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Are Austin residents' odds at winning a lottery jackpot any better than usual?

Powerball annuitized $1,000,000,000 jackpot on July 19.
Renee Dominguez
If you do hit on a grand prize these days, you may be heading home with a historically huge sum.

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The lottery has been making a lot of headlines lately.

The jackpot for Wednesday's Powerball drawing is estimated to reach $1 billion for just the third time in history. For Friday night's Mega Millions drawing, the jackpot is surging toward an estimated $720 million, also one of the highest totals on record.

In early May, one anonymous Austinite won a million-dollar payday from a scratch ticket, and just last month, a Dallas resident cashed infor $1,000,002 after purchasing a winning Mega Millions ticket from a North Austin store.

All this news about historically huge jackpots and lucky local winners may have you wondering: "Are my odds looking any better than usual?”

Long odds growing longer

Changes to the national lottery system over the past decade, combined with more recent adjustments to state lottery rules, have actually made it much more difficult to win the lottery, said Victor Matheson, who teaches economics at College of the Holy Cross.

Nationally, a substantial change came in 2013 when the odds of winning the Mega Millions jackpot rose from 1 in 176 million to 1 in 259 million with the idea that it would produce "larger and faster-growing jackpots."

Two years later, the Powerball jackpot odds similarly shifted from 1 in 175.2 million to 1 in 292.2 million. While the odds of winning any prize saw a bump from 1 in 32 to 1 in 25, the likelihood of pulling in top money grew slimmer.

Those adjustments have led to multiple advertised jackpots in excess of a billion dollars in just the past year. As it becomes more difficult to produce a winning ticket, jackpot prizes go unclaimed and roll over into even larger pools for the next drawing.

“This is all possible because you have extremely long odds. And because these are nationwide lotteries, lots of people are buying,” Matheson said. “When you have the combination of lots of people contributing to the pool but it being very hard to win, you get these occasional gigantic jackpots.”

With Monday's drawing once again having no grand prize winners, the Powerball has now gone 38 straight drawings — dating back to April 19 — without a jackpot hit.

The jackpot drought lingers on despite Texans seeing expanded access from the January launch of an online lottery ticket purchase option.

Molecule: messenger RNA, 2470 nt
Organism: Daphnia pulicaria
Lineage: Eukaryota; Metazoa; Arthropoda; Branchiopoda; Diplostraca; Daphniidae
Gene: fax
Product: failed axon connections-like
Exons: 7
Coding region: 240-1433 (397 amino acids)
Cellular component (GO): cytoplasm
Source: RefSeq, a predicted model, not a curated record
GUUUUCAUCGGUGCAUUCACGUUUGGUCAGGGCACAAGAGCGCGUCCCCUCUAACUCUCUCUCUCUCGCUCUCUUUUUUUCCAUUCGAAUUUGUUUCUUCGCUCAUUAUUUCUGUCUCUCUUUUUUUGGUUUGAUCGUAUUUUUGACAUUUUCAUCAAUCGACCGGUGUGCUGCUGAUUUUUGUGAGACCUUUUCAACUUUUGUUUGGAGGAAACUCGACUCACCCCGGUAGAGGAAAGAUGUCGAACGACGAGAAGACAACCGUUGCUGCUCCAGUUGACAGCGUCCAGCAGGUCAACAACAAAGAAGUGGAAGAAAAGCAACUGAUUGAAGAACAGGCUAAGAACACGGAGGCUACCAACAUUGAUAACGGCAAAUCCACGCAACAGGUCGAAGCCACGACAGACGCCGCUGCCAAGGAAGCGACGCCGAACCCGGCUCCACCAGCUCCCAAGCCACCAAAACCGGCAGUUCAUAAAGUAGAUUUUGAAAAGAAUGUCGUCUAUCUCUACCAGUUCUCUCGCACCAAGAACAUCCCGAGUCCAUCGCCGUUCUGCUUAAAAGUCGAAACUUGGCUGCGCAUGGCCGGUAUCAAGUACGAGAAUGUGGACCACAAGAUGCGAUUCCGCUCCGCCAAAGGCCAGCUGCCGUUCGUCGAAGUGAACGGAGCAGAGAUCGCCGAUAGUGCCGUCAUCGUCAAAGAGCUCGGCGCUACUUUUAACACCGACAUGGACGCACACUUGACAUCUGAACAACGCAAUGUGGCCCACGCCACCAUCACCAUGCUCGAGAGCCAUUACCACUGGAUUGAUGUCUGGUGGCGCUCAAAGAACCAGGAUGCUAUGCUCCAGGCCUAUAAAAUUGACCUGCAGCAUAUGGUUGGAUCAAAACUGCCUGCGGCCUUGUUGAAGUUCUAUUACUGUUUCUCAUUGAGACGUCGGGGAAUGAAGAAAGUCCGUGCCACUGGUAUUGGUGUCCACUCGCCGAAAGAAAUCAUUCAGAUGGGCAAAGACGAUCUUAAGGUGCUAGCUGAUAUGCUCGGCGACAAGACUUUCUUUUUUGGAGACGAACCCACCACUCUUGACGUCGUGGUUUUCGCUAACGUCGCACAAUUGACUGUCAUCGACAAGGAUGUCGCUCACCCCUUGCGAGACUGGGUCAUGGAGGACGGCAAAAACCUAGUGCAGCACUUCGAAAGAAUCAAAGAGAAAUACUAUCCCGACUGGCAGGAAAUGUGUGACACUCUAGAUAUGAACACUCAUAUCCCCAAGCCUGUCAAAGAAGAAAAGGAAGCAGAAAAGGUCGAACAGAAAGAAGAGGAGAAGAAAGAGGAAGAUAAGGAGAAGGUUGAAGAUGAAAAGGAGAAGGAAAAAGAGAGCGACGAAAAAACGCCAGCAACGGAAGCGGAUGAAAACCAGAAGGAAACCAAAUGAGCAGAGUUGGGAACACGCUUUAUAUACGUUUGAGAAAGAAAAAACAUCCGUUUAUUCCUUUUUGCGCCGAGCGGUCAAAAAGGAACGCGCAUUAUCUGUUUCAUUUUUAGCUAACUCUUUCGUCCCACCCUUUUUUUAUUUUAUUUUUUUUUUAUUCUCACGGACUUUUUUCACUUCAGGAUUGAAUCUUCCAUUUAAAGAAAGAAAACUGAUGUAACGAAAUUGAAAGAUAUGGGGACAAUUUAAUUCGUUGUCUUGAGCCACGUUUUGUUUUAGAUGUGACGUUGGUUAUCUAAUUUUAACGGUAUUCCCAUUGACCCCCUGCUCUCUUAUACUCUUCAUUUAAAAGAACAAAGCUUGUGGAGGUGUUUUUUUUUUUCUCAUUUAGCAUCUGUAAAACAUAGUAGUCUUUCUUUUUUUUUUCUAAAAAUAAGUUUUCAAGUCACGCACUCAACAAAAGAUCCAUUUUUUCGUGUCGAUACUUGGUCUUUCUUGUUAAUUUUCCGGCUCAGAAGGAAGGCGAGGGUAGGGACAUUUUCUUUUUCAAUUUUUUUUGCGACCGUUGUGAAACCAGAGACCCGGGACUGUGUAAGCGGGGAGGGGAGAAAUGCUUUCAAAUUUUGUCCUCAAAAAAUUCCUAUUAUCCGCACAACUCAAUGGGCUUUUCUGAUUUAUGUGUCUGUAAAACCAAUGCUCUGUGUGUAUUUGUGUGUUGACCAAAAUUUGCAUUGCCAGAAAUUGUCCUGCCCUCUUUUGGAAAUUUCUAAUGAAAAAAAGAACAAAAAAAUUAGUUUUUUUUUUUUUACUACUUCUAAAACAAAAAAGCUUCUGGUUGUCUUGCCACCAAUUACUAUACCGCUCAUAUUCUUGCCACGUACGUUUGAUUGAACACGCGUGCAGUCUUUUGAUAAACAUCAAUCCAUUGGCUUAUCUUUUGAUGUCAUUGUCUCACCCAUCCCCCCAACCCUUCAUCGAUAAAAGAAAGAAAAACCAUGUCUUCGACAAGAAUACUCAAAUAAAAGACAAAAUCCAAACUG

Matheson said this new reality — in which computers can be used to buy numbers — adds a potential hindrance for individual lottery players. In the past, were an individual or group to attempt to "corner the market" by buying a huge portion of any given drawing's available tickets, they would have to physically purchase tens of millions of individual slips within a two-to-three day period ahead of a large lottery drawing.

Now, Matheson warns, wealthy consortiums are more capable of buying up tickets and giving themselves enhanced odds at claiming a jackpot.

"If you could somehow figure out how to buy every single ticket, it turns out about 10% of all lottery drawings in the United States would have a positive expected value," Matheson said, meaning this sort of investment in purchasing tickets would be profitable over time. "And people have tried. But the problem is, historically, it was always really difficult to figure out."

Another change arrived in August 2021, when the Powerball and Lotto Texas games expanded from two weekly drawings to three.

“With game play, game odds, prizes and costs to play each game remaining the same, that change to three weekly drawings has provided players with more chances to play for larger and faster-growing jackpots,” Texas Lottery Commission media relations specialist Steve Helm wrote in an email to KUT.

The brain's response to gigantic jackpots

But more chances to play doesn’t necessarily mean you’re more likely to win, said Michael Robinson, a psychology professor at Concordia University who studies gambling addiction.

The surging jackpot numbers aren’t happening because of increased drawing frequency. They’re happening because people are playing more.